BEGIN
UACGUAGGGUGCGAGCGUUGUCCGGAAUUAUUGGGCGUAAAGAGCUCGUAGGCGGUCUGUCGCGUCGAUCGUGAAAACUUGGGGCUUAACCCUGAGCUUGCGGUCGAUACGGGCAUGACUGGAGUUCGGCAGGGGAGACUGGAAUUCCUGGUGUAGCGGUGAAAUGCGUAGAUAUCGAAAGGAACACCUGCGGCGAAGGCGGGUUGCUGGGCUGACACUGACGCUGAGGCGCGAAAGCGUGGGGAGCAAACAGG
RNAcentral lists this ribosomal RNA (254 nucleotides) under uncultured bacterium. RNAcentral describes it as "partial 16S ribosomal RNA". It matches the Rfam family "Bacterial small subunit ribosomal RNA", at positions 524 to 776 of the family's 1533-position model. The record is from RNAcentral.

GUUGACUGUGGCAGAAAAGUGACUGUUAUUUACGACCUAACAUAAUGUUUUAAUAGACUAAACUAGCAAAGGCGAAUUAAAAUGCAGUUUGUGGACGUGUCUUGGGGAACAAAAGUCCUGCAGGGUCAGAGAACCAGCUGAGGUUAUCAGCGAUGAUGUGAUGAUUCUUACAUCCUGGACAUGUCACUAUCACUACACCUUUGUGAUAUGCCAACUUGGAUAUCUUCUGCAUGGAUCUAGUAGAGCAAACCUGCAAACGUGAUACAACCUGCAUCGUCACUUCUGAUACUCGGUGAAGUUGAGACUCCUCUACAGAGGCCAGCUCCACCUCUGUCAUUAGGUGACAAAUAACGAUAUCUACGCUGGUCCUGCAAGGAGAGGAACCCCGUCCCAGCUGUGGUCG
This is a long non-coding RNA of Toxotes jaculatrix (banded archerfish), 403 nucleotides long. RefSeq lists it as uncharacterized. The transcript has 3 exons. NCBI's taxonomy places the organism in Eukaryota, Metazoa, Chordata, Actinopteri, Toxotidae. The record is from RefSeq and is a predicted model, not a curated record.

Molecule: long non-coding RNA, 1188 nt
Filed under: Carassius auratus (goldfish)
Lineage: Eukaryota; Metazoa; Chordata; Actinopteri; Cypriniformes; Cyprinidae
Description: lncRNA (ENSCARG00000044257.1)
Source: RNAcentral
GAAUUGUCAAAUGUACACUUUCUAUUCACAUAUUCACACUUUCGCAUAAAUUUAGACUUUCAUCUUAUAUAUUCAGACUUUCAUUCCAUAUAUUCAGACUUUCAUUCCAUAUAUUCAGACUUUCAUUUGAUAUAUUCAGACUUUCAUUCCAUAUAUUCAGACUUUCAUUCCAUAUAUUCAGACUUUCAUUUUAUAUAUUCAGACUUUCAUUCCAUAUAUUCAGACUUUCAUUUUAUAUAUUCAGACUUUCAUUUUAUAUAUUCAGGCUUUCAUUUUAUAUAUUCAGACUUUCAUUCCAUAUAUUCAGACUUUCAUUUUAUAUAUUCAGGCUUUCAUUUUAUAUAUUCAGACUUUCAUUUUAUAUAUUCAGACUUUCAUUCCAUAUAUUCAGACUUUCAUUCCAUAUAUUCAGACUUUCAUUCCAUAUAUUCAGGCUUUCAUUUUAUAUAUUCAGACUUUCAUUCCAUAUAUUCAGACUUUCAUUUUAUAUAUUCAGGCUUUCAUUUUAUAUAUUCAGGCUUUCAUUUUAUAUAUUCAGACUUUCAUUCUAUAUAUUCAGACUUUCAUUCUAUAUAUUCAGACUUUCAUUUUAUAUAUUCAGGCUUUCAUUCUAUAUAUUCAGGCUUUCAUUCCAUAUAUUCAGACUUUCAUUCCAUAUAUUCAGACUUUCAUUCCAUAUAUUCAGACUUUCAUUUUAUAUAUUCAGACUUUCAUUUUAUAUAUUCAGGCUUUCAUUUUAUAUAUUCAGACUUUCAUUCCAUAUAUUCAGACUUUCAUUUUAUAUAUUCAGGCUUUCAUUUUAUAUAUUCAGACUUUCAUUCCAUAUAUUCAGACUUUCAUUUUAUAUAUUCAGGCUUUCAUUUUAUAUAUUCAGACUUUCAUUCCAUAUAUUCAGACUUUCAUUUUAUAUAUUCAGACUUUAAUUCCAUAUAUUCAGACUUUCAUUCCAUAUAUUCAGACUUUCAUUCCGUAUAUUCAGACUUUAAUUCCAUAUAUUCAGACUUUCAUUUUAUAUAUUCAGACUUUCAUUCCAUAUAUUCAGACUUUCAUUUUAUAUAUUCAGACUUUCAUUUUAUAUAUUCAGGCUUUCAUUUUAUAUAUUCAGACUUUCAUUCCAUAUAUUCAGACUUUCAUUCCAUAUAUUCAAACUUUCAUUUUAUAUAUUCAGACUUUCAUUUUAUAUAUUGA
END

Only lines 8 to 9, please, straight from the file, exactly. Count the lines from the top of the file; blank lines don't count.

Description: lncRNA (ENSCARG00000044257.1)
Source: RNAcentral